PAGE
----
Go back

International Climate Diplomacy and Australia’s Role

Published 25 Mar 2021

On Tuesday 21 March 2021, the Australian Institute of International Affairs NSW was addressed by Professor the Hon Bob Carr, Industry Professor at the Institute for Sustainable Futures and UTS Business School, former Australian Foreign Minister and former Premier of NSW.

Professor Carr began by admonishing Australia for its current position on climate change, claiming that Australia faces “diplomatic isolation on climate”. He observed that, while the US, China, the EU, the UK and Japan are being drawn together by climate action, Australia is “simply not there”. He invoked the US climate envoy appointed by President Biden, John Kerry, who has stated Australia has “not been able to get on the same page” as the US on climate issues. Professor Carr asked pointedly “why shouldn’t we be?”, especially as the US and the UK move to put climate at the centre of their foreign policy.

Professor Carr stated that our position in the international community on climate issues is akin to those of Saudi Arabia and Brazil, in stark contrast to our self-perception of having the diplomatic style of a creative middle power. He noted that our position leaves us potentially exposed with our Pacific neighbours. He criticised the Prime Minister Scott Morrison for promoting new gas projects.

Professor Carr painted a bleak picture, asking what might occur if the climate crisis accelerates and noting that nature does not obey our statutes. He questioned what would happen if tipping points arrived earlier – the reversal of the Gulf Stream, the release of Arctic methane deposits, the bleaching of the Great Barrier Reef. He argued that the result would be “a real revolt by youth”, accompanied by a dramatic shift in capital allocation towards a total abandonment of fossil fuels and the speedy imposition of climate tariffs (for example by the EU) on high polluting nations.

Professor Carr characterised the past 12 months as a dynamic year of exceptionally consequential change, which saw nations like South Korea, Japan and China move to more ambitious net-zero targets, as well as the election of President Biden in the US. Professor Carr assessed that Biden is well placed, as a long-time bipartisan negotiator with an international standing, to work for a good agreement at COP16 in Glasgow. Biden has already moved decisively, directing the heads of all federal government departments to end any fossil fuel subsidies on 27 January, and is moving to force corporate leaders to act within the next decade.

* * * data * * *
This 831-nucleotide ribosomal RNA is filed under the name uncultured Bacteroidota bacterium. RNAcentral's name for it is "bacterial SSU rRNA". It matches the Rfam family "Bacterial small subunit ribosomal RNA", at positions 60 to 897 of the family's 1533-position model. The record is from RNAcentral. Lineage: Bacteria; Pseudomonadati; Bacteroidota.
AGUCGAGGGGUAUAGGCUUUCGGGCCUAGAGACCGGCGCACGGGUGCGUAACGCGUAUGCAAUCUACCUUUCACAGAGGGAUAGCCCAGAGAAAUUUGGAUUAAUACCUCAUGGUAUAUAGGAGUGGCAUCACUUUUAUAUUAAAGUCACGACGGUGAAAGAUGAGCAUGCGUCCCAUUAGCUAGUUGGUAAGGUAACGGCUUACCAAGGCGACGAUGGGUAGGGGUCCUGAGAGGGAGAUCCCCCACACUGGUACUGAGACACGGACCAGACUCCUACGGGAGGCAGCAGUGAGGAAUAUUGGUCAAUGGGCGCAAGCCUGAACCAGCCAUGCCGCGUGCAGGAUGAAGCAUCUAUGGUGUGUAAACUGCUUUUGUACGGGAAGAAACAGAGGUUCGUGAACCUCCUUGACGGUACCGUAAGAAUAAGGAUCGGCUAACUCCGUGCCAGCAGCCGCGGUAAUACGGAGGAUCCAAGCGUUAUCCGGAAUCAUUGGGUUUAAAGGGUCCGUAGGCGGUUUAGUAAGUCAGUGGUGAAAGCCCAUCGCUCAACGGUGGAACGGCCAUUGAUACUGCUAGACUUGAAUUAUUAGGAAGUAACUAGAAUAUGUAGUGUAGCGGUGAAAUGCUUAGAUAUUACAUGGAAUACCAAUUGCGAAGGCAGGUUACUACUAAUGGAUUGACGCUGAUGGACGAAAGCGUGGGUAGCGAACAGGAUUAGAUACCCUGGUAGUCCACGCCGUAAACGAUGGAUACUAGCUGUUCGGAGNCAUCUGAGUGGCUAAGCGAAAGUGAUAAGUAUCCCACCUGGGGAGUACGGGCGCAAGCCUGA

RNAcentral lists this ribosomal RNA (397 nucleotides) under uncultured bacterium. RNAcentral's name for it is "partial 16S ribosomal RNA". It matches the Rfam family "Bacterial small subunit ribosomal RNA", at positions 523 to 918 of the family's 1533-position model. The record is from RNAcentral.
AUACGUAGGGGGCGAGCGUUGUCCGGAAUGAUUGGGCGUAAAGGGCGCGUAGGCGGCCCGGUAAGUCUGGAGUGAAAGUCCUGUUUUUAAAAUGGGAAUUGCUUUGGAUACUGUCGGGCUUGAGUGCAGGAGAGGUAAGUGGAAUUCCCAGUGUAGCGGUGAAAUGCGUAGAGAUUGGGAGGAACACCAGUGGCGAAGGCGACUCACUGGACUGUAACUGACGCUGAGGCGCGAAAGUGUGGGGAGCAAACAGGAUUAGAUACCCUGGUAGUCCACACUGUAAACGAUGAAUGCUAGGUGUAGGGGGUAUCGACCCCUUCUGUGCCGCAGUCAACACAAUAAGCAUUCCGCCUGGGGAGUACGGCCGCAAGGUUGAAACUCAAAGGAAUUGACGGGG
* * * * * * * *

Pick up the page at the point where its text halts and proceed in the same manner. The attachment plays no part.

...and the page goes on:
While noting a level of disappointment with the ambitions of China’s five-year plan on climate change, Professor Carr believes that Chinese bureaucrats are working to update the plan to bring it into line with Chinese President Xi Jinping’s commitment to net-zero emissions by 2060, made last September at the United Nations General Assembly. Professor Carr lamented Australia’s lack of a productive relationship with China, and our consequent lack of collaboration on solar panel manufacture or the development of hydrogen power. He emphasised the importance of China and India transitioning to green energy generation in any international climate action. He suggested that Indian PM Narendra Modi may move to a 2047 net-zero target, with assistance from the OECD, to mark the centenary of the Republic.

Professor Carr believes developments like the EU proposal for a carbon border adjustment mechanism will “collect freeloaders like us and make us pay”. He argued that any government in Canberra exercising “normal cautionary principles” would see that it was in their best interest to take action: “we no longer have the leave pass we had under Trump”. Rounding off his remarks, Professor Carr argued that Australia needs to move to a 2050 net-zero target, with ambitious intermediate targets, and follow the US and UK in adopting a climate-centred diplomacy.

In response to a question on nuclear power generation, Professor Carr said this was perhaps an option some years ago but the increasingly lower cost of other renewables has now made it irrelevant. Nuclear waste storage had not proved politically feasible anywhere in Australia. Asked how Biden might go about passing his climate agenda with the narrowest of majorities in the Senate, Professor Carr replied that the best course would be for a strong Democratic showing in the mid-terms. Asked about how to practically influence change in Australian government policy, Professor Carr suggested a concerted movement of lobbying Liberal Members of Parliament, especially in marginal electorates.


Report by Pailey Wang, AIIA NSW intern


Professor Carr (centre) with AIIA NSW intern Pailey Wang (left) and president Ian Lincoln